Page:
There is a running joke on the internet that the business community that inhabits San Francisco and its surrounding area has the memory of a goldfish. I won't bother cluttering this space with examples; you can just look up Silicon Valley invents or something. I did not make up this joke, but I find it both funny and a little lamentable. More funny than lamentable though, because I can't resist taking a swipe every once in a while.

sad trombone
Anyway I hope I didn't offend anybody.

When I was 23 I tried to move to Paris. I found it fascinating that in Paris there is often a designated neighbourhood which is the place to go for X, where X is nice clothing, baked goods, electronics, and so on. The town I come from is neither big nor old enough to exhibit this phenomenon in any palpable sense.

I went to see a movie last night. We went to a really late showing because my girlfriend was concerned it was her only chance to get to see it in the theatre, as it's only getting a limited run. Ostensibly this the studio punishing the director for not letting them tinker with it.

I read an analysis a couple years ago that suggested that the entirety of Hollywood, averaged out, earns just shy of 5% in gross profit. Most projects either net or lose a fraction of their budget, with monstrous gains and monstrous disasters in the tails. The median film barely breaks even.

Film, like venture-backed tech startups, is a fat-tailed enterprise. The individual plays are big and chunky and heterogeneous, and the outcomes are nowhere near evenly distributed. Ipso facto, they have a pretty good idea of things not to do that will lose money, but only really what amounts to sketchy heuristics and superstitions about positive interventions that are certain to earn more of it. Nevertheless as a producer, your play is your play, so there is always pressure to intervene.

Of course, there are so many variables to consider, you don't really know if your tinkering is going to turn a dud into a hit, or turn a hit into a dud.

I had this job when I was 18. The boss was not terribly impressed with my production strategy but was overall sympathetic. He told me If you do things your way, and they don't work out, it's your fault. If you do things my way, and they don't work out, it's my fault. At least he was pragmatic enough not to deliberately ruin what I did because I didn't do it his way. We parted ways not long after.

You can make a movie anywhere on the planet, but movies financed out of Hollywood reflect an easily recognizable pattern. You can likewise write software anywhere on the planet, in orbit, or on any other planet. The software financed out of the San Francisco Bay Area is equally distinctive.

The other symbol-generating neighbourhood in North America has a phrase smart money, which they use to refer to themselves, and dumb money, which refers to the flabby, plodding, unimaginative investment categories, that make up the bulk of all assets.

There seems to be another money though, flowing within the arteries of these smart-money centres, a sort of acutely risk-averse money, fractally embedded within what everybody acknowledges is unambiguously risky activity. Maybe we can call it derp money.

Derp money is the Baghdad Green Zone: an island of relative safety within unsafe territory. The targets of derp money are extremely legible to the investor, and the outcomes are relatively predictable: mortgage-backed securities are derp money; comic book screen adaptations are derp money; a commodity-repackaged-as-a-service app is derp money.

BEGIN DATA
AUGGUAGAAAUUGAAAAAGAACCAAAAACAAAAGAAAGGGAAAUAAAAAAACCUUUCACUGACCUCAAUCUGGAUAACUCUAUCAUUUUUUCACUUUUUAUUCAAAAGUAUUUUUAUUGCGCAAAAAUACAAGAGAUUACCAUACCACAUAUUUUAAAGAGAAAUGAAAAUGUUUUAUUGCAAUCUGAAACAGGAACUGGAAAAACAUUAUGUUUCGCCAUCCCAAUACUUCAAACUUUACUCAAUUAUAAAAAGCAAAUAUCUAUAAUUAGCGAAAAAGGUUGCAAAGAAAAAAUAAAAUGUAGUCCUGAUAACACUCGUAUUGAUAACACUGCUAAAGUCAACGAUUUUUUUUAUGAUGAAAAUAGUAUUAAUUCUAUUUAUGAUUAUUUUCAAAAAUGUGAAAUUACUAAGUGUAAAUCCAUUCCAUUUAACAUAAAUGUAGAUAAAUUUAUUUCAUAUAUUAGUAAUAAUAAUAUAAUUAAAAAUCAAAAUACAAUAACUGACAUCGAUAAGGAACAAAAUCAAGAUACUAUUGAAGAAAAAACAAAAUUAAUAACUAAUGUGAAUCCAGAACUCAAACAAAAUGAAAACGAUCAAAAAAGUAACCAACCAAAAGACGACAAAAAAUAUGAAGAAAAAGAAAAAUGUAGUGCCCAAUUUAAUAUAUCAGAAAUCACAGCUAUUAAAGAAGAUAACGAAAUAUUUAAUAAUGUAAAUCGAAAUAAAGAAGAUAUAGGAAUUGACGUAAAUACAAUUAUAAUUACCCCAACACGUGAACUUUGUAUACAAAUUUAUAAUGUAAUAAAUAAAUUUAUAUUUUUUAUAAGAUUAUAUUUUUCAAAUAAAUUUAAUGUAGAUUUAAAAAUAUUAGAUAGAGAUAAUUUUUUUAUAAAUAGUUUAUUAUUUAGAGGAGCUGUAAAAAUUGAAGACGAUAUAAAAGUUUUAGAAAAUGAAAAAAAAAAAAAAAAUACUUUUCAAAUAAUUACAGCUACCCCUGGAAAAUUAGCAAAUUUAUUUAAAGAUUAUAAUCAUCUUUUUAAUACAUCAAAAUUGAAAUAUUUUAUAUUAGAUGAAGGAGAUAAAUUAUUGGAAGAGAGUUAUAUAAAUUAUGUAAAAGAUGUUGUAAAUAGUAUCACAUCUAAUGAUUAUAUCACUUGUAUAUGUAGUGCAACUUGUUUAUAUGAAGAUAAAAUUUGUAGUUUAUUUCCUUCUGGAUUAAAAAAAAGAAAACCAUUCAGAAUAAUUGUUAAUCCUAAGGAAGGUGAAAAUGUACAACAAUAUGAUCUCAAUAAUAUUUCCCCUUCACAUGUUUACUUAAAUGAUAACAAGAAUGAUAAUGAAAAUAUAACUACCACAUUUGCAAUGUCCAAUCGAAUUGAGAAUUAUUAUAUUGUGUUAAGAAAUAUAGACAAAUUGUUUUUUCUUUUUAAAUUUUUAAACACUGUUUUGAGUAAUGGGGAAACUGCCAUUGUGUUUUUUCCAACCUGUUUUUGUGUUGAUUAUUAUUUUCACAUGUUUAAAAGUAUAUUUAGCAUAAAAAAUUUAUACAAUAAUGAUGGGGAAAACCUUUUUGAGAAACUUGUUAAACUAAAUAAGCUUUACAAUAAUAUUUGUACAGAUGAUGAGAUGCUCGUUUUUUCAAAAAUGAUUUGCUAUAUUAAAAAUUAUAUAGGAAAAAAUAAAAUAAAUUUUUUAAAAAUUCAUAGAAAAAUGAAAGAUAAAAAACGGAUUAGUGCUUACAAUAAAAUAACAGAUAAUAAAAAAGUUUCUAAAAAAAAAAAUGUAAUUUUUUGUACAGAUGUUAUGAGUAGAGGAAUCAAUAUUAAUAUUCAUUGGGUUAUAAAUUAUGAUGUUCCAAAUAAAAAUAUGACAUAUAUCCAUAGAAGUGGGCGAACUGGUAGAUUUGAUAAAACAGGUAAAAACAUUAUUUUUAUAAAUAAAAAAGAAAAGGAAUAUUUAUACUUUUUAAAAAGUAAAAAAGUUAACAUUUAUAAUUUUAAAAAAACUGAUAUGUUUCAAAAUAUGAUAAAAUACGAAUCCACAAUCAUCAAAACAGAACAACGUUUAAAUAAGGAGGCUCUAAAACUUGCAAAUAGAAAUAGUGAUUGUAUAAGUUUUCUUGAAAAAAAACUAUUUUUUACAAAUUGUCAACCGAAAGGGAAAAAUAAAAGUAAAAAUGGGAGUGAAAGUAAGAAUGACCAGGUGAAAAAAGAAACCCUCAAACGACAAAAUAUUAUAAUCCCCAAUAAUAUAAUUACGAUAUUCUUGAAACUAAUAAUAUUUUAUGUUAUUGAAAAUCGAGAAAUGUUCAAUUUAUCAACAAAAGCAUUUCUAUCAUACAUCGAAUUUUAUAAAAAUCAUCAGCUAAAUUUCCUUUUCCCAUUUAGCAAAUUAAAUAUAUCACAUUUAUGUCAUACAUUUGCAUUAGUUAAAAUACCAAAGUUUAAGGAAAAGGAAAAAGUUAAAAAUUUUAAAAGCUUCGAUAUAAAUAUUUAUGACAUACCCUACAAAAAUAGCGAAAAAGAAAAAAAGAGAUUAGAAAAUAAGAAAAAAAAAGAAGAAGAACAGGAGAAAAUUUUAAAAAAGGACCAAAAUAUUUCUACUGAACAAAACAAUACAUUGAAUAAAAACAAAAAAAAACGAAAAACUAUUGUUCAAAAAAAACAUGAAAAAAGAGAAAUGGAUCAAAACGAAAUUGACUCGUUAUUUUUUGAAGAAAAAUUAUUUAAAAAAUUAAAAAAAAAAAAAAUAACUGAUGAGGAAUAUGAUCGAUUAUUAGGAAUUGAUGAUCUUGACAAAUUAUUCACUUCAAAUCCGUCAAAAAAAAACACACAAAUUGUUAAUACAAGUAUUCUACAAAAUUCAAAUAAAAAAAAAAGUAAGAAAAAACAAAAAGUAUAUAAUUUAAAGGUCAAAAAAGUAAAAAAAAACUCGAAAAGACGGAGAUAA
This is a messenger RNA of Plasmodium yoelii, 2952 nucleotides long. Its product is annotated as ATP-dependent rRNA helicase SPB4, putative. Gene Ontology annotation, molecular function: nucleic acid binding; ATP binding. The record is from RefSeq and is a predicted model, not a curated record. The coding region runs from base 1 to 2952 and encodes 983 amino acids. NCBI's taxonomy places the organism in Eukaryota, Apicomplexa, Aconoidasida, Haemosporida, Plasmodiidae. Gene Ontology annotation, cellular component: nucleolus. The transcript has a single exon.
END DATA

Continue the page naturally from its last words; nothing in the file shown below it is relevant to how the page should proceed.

With derp money you're still swimming in your lane, but you don't have to concentrate as hard as you otherwise would.

I recall not long ago overhearing some broadcast or other featuring some commentator or other sounding off about disruption like it was unequivocally a good thing. This was not remarkable. What was remarkable was that the commentator was some kind of government official. In Canada.

I am not naïve about creative destruction. I think it's a very dated-sounding term for a very real and inexorable phenomenon. Innovation, by and large, is not Pareto-optimal. There is almost always a loser. The question is who.

Collective amnesia is a symptom of a failure on the part of the collective's individual constituents to learn a thing in the first place. It is entirely possible that this, as we say, is not a bug, but a feature.

There are bakeries all over Paris, but there is one street that has a ridiculous number of them. Apparently the derp-money bet if you want to start a business on that street is to start a bakery.

It is entirely possible that Silicon Valley invents… is just an epiphenomenon, part and parcel of a larger process of mutual selection toward derp-money compatibility.

This still doesn't explain why I find it irritating enough to comment.

McLuhan wrote that the movie is the greatest of all forms of advertisement. Underneath it, I submit, is a meta-advertisement that draws a steady stream of fresh bodies to Los Angeles. One can perceive an analogous meta-advertisement that draws fresh bodies to San Francisco.

In order to do that, though, you have to export a lot of messaging. And you garrison in the provinces, who roll out the red carpet for you, while pathetically aping your values and methods with an order of magntitude fewer people and three orders of magnitude fewer dollars.

So while I think it's silly that the Valley reinvents the pup tent, or the city bus or whatever else on a weekly basis, I am willing to concede that somewhere in there is a strategy. I'm just not interested in participating in a derp-money play, and doubly not interested in mopping up after it.